I ncreasingly, clitical practice has turned its focus to the reading of gender
within the works of Giovanni Boccaccio - not just as the study of
the representation of women within the novelle of the Decameron, but
understood broadly as the convergence of language and gender in Boccaccio's
oeuvre.' Recent scholarship in this vein comes to terms with the author's
rhetorical and ideological engagement with women, ranging from
studies of female discourse within his narratives to his challenging objectifications
of women which resist totalizing claims. Some scholars argue
that we cannot ask whether or not Boccaccio was a misogynist or a feminist,
claiming that his hermeneutics challenge these categorizations (most
recently, Marilyn Migiel). Others, such as Millicent Marcus, have asserted
that detecting misogyny in Boccaccio's novelle, such as Decameron VIII.7,
is a "misreading" because the novella itself critiques misogyny. Still others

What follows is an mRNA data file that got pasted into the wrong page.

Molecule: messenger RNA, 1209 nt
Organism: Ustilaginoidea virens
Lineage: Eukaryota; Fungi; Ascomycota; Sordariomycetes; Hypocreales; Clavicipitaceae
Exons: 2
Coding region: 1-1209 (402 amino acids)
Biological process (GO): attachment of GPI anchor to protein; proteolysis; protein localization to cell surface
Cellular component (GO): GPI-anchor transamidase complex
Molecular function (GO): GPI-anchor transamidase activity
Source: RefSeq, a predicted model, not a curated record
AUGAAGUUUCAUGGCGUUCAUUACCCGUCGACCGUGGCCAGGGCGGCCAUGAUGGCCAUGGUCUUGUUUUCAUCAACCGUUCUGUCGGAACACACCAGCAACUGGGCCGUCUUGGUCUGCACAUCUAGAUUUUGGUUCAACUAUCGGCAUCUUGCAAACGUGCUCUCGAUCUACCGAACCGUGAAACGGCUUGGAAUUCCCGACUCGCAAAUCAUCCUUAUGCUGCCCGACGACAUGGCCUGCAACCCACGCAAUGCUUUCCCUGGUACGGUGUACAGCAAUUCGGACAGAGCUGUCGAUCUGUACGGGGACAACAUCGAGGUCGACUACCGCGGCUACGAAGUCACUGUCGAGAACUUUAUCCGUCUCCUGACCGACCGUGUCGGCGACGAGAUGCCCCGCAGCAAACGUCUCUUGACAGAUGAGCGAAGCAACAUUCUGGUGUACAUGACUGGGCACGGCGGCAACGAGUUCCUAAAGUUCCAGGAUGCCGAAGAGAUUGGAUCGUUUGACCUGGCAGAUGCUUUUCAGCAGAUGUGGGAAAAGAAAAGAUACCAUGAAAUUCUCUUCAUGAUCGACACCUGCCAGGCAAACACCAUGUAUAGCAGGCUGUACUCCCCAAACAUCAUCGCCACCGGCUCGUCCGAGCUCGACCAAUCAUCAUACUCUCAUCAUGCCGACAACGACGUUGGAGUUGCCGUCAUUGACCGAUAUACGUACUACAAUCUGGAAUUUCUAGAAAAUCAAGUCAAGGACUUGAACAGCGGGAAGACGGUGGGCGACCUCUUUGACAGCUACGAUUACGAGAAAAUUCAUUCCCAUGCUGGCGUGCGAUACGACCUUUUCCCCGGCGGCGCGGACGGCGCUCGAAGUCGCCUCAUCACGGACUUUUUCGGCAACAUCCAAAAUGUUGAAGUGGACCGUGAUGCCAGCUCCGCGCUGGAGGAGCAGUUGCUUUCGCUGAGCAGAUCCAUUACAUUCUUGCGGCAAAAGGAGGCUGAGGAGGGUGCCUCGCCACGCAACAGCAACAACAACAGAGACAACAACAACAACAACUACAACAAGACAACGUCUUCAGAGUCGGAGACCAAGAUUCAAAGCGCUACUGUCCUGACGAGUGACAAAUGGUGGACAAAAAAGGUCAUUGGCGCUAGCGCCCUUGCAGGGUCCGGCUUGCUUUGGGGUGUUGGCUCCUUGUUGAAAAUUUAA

view the foregrounding of women producers of discourse within society as
the origins of a feminist literary tradition (Teodolinda Barolini). To judge
from the critical literature, Boccaccio's apparently contradictory stance,
from the dedication to lovelorn women in the Decameron's Proem to the
anti-feminist diatribes of the Corbaccio, shifts problematically from one of philogyny to one of misogyny. This dualistic interpretation hinders a
reading of his corpus - let alone of singular works - in one direction or
the other. Gender studies in Boccaccio have yet to examine the ways in
which his views on the vernacular as the "volgare delle femine," vis-a.-vis
Dante (Esposizioni Accessus, 19) impact upon our reading of the
Decamerorl's authorial voice and its dedication to "vaghe donne"
(Decameron Proem, 9).
In this article, I explore the subject of gender in Boccaccio through an
analysis of his gendered histOlY of the vernacular as the language of
women. I posit that by means of an interpretation of Boccaccio's gendered
history of the vernacular one can achieve a different reading of the canonical
negotiations of the Proem, the Introduction to Day Four, and the Conclusion
of the Author in the Decameron. ffitimately, I argue that Boccaccio
can be related to misogynist and non-misogynist ideologies by means of
his own rhetoric of philogyny when seen as the result of linguistic debates
within textual communities that can be discerned inside and outside of the